A year into this pandemic, I realized that I do not do enough to make myself comfortable and happy in my own company.
I FaceTime my parents on a daily basis. I keep in touch with my friends regularly. But, like many of us, I’ve put too much importance on keeping in touch with my loved ones and too little on keeping in touch with myself.
It is great to have a strong support system of people who will always be there for you, but I cannot stress how crucial it is to learn to enjoy your own company, too.
Growing up, my father would often sit still during long travels. No phones, no talking to other people, no listening to music. Just him basking in the tranquility of the moment.
I wish more and more every day that I, and everyone, could be at peace like him.
Of course, being in harmony with yourself and being content with simply observing your train of thought pass by in your mind is not easy. Like all things, it comes with patience and practice. It’s a process that could start with something as simple as taking a deep, long breath and closing your eyes.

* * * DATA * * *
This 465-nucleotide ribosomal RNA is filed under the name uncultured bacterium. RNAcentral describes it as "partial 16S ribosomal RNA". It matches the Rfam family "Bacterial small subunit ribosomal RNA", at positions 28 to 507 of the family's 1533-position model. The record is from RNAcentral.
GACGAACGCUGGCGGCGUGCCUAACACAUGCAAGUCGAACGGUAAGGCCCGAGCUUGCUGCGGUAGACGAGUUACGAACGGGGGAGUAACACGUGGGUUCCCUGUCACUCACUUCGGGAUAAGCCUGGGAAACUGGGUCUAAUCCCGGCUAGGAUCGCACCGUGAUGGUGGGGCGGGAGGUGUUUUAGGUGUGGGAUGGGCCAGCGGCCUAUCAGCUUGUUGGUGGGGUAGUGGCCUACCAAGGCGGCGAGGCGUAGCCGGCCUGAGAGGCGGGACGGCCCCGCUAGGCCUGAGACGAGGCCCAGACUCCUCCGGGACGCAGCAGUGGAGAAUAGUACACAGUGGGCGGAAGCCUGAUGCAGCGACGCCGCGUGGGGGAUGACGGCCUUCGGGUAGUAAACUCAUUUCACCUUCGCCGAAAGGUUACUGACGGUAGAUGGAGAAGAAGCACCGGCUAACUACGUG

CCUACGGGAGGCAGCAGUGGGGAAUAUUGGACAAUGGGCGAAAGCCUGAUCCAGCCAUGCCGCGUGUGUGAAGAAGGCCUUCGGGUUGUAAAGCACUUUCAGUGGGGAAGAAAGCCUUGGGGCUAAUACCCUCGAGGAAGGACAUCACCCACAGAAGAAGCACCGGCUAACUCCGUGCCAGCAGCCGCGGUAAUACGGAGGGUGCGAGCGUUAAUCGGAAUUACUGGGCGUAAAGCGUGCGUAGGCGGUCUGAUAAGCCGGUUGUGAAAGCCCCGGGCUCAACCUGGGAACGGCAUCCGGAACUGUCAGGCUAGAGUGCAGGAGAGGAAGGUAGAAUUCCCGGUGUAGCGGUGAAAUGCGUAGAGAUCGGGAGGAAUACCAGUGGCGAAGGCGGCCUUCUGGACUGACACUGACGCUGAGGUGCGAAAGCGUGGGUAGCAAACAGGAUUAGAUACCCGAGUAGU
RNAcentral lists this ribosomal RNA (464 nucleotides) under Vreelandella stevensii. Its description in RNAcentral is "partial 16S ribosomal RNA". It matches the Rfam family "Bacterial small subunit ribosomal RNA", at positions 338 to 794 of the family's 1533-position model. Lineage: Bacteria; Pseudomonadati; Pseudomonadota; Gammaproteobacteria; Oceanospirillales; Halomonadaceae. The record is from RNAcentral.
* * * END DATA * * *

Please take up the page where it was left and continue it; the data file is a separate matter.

I personally enjoy making myself a warm drink, soaking in the sunshine and observing things outside my window. It’s great to take the backseat sometimes and be an observer in the chaos of things.
Also, focusing on your breath and feeling a sense of gratitude for all the good things and people you have in your life is an amazing way to feel positive. Mundane things like folding your freshly laundered clothes or taking some time for skincare can be a relaxing way to wind down after a long day.
Believe it or not, connecting with oneself does not have to be about spirituality, doing flexible yoga moves or being a monk. It is a state of being in complete acceptance of your present and focusing on the power of “now.” It is your active decision to let go of things bothering you from the past.
Do this and the next time you start an hour-long lecture, you will learn to listen and sit still. We all need that.
This op-ed was written by a University of Saskatchewan undergraduate student and reflects the views and opinions of the writer. If you would like to write a reply, please email email@example.com. Akshara Dash is a second-year undergraduate student studying interactive systems design.